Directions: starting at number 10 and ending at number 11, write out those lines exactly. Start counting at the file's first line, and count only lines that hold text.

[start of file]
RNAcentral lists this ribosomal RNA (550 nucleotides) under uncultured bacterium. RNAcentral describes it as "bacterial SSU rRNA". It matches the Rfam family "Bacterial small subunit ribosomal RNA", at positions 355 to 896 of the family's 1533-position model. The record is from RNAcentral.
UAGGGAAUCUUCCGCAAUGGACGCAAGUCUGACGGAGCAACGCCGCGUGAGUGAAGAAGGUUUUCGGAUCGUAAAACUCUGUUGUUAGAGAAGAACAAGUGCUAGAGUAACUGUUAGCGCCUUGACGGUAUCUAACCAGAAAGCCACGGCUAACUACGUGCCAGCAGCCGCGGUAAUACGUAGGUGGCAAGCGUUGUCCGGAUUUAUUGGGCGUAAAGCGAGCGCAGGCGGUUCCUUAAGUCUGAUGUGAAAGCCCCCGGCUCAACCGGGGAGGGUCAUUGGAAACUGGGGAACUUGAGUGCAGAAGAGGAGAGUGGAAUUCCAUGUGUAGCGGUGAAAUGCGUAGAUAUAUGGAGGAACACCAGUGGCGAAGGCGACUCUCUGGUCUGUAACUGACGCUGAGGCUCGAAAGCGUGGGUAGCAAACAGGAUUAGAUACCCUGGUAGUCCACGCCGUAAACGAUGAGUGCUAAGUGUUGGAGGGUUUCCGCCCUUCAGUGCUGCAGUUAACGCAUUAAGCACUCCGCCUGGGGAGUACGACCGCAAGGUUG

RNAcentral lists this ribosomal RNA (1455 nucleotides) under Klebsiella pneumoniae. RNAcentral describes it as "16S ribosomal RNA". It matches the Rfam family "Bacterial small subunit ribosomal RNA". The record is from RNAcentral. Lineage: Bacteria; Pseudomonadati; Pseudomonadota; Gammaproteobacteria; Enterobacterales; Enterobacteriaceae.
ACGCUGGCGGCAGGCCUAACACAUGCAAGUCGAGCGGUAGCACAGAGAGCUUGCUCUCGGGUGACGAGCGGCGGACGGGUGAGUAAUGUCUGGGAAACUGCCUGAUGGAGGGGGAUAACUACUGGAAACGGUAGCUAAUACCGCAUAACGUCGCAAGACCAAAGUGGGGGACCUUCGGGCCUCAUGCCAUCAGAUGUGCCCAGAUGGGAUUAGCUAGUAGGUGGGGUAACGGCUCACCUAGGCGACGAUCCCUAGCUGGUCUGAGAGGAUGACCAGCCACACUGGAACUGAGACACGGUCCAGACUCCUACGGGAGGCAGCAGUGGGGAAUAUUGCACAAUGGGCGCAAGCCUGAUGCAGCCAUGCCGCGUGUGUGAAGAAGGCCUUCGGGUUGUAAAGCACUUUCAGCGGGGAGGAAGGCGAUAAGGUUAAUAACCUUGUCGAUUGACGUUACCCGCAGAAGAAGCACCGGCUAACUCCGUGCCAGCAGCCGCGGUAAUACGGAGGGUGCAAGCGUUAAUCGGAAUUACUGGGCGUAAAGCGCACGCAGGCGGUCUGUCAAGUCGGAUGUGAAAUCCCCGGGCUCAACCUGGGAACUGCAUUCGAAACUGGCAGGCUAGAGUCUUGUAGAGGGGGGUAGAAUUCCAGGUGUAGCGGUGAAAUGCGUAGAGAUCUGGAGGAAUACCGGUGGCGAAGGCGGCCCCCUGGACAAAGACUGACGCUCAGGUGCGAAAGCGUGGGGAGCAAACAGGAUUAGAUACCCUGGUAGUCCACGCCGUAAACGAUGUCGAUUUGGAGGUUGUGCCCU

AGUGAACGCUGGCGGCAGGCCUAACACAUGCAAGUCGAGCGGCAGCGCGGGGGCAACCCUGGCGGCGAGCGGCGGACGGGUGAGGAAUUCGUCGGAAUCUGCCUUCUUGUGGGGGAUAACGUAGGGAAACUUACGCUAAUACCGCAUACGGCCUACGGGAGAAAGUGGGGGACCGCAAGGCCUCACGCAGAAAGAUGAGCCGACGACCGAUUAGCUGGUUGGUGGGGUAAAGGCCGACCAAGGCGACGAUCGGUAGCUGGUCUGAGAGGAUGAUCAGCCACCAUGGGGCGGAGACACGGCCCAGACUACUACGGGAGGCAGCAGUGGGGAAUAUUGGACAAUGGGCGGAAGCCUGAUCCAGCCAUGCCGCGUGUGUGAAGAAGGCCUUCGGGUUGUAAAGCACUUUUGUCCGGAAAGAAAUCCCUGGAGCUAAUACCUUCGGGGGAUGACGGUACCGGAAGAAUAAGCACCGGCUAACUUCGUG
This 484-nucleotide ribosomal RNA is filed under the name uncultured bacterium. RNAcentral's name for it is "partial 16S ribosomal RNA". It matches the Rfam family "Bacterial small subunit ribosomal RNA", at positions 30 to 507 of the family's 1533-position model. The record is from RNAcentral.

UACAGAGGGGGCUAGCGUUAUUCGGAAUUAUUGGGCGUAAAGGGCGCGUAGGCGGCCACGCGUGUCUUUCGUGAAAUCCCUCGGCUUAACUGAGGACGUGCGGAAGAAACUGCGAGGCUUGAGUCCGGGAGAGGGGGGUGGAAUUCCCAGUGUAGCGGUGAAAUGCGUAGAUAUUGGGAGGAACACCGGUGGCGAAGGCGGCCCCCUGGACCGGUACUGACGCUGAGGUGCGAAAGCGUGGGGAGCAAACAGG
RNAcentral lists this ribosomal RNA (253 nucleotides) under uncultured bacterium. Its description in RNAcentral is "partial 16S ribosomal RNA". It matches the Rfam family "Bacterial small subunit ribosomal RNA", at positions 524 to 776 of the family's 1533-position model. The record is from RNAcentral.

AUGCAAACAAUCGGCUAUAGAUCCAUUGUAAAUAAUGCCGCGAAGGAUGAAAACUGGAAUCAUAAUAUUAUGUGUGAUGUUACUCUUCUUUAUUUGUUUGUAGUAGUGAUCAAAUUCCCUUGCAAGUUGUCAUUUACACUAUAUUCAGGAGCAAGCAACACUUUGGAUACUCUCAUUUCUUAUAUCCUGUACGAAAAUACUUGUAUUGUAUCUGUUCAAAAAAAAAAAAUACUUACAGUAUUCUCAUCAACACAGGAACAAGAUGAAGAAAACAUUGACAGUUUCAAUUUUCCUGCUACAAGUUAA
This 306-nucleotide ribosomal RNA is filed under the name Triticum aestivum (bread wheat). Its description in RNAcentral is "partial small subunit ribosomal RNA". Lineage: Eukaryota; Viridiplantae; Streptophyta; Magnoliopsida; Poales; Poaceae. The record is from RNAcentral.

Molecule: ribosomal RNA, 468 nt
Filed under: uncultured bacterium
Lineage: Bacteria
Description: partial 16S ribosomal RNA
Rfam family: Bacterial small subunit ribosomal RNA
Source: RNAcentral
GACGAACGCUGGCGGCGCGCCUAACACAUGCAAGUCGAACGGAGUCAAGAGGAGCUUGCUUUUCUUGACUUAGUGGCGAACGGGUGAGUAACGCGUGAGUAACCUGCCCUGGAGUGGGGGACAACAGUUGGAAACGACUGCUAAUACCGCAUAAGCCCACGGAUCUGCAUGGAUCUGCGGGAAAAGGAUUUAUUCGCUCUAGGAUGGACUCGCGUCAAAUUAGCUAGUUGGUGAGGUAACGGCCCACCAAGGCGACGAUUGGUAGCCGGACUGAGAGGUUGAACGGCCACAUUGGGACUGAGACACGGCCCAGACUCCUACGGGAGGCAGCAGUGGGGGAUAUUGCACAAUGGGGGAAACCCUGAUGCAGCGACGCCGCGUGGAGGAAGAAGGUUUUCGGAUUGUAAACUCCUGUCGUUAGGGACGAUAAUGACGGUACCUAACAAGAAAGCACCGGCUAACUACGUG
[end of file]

This 306-nucleotide ribosomal RNA is filed under the name Triticum aestivum (bread wheat). Its description in RNAcentral is "partial small subunit ribosomal RNA". Lineage: Eukaryota; Viridiplantae; Streptophyta; Magnoliopsida; Poales; Poaceae. The record is from RNAcentral.

Molecule: ribosomal RNA, 468 nt